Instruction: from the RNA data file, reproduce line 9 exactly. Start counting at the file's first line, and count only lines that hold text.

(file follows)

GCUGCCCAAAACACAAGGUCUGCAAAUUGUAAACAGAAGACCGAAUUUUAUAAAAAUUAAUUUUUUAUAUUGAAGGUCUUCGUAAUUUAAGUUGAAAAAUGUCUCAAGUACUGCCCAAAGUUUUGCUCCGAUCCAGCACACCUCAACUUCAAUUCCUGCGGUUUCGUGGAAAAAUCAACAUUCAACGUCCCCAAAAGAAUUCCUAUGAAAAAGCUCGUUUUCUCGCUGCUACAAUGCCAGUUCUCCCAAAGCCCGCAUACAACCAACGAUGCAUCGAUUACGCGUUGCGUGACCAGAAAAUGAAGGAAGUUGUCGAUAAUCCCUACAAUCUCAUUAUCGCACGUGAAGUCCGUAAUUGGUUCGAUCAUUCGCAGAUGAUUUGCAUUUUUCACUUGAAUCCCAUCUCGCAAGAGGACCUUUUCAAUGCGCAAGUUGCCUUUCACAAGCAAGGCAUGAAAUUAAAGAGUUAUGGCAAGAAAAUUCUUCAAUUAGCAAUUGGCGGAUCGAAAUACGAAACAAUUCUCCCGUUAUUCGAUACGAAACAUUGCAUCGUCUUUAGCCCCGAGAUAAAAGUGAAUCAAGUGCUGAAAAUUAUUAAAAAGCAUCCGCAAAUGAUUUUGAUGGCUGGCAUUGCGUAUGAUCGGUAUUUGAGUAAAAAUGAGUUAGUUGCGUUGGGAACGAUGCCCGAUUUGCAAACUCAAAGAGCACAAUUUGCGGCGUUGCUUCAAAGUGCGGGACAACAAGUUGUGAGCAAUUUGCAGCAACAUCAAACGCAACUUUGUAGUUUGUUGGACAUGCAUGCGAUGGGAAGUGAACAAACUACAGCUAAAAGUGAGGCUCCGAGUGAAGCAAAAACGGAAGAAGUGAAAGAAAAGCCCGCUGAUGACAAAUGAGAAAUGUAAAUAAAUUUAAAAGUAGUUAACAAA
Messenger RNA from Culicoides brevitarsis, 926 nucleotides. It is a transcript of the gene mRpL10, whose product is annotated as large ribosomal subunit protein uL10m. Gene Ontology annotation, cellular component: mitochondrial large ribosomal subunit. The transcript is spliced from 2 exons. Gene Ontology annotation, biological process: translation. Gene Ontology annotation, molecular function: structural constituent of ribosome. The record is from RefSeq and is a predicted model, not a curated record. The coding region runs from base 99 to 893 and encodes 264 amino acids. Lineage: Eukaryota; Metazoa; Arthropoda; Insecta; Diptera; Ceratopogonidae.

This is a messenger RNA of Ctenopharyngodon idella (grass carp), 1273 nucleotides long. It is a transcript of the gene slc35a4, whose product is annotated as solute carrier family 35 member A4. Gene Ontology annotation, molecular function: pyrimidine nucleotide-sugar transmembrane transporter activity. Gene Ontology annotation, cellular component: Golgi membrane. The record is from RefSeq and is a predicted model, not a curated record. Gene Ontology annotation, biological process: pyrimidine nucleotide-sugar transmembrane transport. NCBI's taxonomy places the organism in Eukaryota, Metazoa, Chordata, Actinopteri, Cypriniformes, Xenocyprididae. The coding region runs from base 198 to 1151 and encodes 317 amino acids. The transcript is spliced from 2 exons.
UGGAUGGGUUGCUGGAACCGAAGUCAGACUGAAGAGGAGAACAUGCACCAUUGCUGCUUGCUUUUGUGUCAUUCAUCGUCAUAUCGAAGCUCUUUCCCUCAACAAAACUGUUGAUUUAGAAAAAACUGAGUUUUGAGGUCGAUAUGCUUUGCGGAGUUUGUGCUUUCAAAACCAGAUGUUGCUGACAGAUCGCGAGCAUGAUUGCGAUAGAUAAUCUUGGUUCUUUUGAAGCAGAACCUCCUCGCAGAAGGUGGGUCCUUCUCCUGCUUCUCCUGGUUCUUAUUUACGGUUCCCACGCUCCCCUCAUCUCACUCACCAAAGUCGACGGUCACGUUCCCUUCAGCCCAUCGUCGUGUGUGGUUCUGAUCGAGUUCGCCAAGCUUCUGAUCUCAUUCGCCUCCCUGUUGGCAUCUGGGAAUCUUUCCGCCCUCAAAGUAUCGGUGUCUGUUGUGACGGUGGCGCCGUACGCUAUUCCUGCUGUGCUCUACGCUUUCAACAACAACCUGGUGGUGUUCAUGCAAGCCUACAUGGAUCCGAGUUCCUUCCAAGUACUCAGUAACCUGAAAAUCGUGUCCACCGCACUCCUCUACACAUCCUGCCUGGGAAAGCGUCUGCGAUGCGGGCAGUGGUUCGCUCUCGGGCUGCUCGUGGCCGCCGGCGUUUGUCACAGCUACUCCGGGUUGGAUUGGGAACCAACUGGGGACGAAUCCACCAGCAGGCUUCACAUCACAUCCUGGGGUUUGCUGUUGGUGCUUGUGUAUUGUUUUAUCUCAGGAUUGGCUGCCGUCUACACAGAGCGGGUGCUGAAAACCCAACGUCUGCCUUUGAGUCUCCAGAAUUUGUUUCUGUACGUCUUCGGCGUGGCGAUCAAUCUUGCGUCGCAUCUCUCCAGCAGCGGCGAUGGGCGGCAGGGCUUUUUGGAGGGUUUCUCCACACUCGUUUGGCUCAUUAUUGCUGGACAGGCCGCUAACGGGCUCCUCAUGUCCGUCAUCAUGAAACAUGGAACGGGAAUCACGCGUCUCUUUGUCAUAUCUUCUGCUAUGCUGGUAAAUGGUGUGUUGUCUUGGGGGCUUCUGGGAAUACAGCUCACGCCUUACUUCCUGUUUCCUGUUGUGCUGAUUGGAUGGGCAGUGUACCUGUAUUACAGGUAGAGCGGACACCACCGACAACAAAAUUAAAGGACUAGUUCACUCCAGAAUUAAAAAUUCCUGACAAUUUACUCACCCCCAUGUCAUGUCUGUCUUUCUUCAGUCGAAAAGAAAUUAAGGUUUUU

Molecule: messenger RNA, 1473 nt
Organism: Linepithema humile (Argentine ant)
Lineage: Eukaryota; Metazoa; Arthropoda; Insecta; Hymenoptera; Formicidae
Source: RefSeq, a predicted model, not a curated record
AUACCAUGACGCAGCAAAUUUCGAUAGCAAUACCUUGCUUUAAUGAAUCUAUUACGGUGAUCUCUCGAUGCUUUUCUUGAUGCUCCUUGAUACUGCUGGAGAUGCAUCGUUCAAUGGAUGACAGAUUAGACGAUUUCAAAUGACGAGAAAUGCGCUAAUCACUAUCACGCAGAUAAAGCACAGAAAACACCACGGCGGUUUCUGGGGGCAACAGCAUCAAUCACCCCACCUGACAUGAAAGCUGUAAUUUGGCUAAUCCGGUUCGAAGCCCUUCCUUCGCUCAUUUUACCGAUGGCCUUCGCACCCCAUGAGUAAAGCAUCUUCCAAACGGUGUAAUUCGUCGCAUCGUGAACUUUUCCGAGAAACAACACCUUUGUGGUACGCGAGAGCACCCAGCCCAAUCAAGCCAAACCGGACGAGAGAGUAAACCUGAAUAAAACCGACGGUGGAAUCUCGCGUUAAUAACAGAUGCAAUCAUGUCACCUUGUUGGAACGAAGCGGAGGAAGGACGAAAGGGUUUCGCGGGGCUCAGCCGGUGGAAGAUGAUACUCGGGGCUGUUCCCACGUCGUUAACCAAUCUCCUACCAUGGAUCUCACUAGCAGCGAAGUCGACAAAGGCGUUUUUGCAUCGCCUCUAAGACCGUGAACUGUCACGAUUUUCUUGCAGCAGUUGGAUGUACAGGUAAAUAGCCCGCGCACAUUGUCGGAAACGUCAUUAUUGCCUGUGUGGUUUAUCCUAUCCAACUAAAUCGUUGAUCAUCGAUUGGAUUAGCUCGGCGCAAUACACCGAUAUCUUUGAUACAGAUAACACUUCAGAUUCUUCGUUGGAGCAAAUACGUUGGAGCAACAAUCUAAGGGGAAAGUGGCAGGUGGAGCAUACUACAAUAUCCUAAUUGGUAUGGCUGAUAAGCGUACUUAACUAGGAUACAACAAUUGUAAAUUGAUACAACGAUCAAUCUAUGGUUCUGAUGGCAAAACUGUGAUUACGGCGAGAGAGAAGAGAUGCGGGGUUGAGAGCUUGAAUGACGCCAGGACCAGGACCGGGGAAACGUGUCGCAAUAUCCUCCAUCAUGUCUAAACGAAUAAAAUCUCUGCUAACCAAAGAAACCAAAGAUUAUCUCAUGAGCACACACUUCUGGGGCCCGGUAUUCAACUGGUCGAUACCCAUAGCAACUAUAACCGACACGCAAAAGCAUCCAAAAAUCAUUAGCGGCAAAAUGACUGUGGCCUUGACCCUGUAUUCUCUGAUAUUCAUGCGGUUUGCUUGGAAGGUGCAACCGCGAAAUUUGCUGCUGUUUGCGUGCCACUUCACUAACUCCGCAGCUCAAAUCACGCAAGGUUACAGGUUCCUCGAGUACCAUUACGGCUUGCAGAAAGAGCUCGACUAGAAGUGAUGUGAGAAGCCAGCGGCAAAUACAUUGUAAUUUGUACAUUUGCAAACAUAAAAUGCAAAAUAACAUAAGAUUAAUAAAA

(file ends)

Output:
AUACCAUGACGCAGCAAAUUUCGAUAGCAAUACCUUGCUUUAAUGAAUCUAUUACGGUGAUCUCUCGAUGCUUUUCUUGAUGCUCCUUGAUACUGCUGGAGAUGCAUCGUUCAAUGGAUGACAGAUUAGACGAUUUCAAAUGACGAGAAAUGCGCUAAUCACUAUCACGCAGAUAAAGCACAGAAAACACCACGGCGGUUUCUGGGGGCAACAGCAUCAAUCACCCCACCUGACAUGAAAGCUGUAAUUUGGCUAAUCCGGUUCGAAGCCCUUCCUUCGCUCAUUUUACCGAUGGCCUUCGCACCCCAUGAGUAAAGCAUCUUCCAAACGGUGUAAUUCGUCGCAUCGUGAACUUUUCCGAGAAACAACACCUUUGUGGUACGCGAGAGCACCCAGCCCAAUCAAGCCAAACCGGACGAGAGAGUAAACCUGAAUAAAACCGACGGUGGAAUCUCGCGUUAAUAACAGAUGCAAUCAUGUCACCUUGUUGGAACGAAGCGGAGGAAGGACGAAAGGGUUUCGCGGGGCUCAGCCGGUGGAAGAUGAUACUCGGGGCUGUUCCCACGUCGUUAACCAAUCUCCUACCAUGGAUCUCACUAGCAGCGAAGUCGACAAAGGCGUUUUUGCAUCGCCUCUAAGACCGUGAACUGUCACGAUUUUCUUGCAGCAGUUGGAUGUACAGGUAAAUAGCCCGCGCACAUUGUCGGAAACGUCAUUAUUGCCUGUGUGGUUUAUCCUAUCCAACUAAAUCGUUGAUCAUCGAUUGGAUUAGCUCGGCGCAAUACACCGAUAUCUUUGAUACAGAUAACACUUCAGAUUCUUCGUUGGAGCAAAUACGUUGGAGCAACAAUCUAAGGGGAAAGUGGCAGGUGGAGCAUACUACAAUAUCCUAAUUGGUAUGGCUGAUAAGCGUACUUAACUAGGAUACAACAAUUGUAAAUUGAUACAACGAUCAAUCUAUGGUUCUGAUGGCAAAACUGUGAUUACGGCGAGAGAGAAGAGAUGCGGGGUUGAGAGCUUGAAUGACGCCAGGACCAGGACCGGGGAAACGUGUCGCAAUAUCCUCCAUCAUGUCUAAACGAAUAAAAUCUCUGCUAACCAAAGAAACCAAAGAUUAUCUCAUGAGCACACACUUCUGGGGCCCGGUAUUCAACUGGUCGAUACCCAUAGCAACUAUAACCGACACGCAAAAGCAUCCAAAAAUCAUUAGCGGCAAAAUGACUGUGGCCUUGACCCUGUAUUCUCUGAUAUUCAUGCGGUUUGCUUGGAAGGUGCAACCGCGAAAUUUGCUGCUGUUUGCGUGCCACUUCACUAACUCCGCAGCUCAAAUCACGCAAGGUUACAGGUUCCUCGAGUACCAUUACGGCUUGCAGAAAGAGCUCGACUAGAAGUGAUGUGAGAAGCCAGCGGCAAAUACAUUGUAAUUUGUACAUUUGCAAACAUAAAAUGCAAAAUAACAUAAGAUUAAUAAAA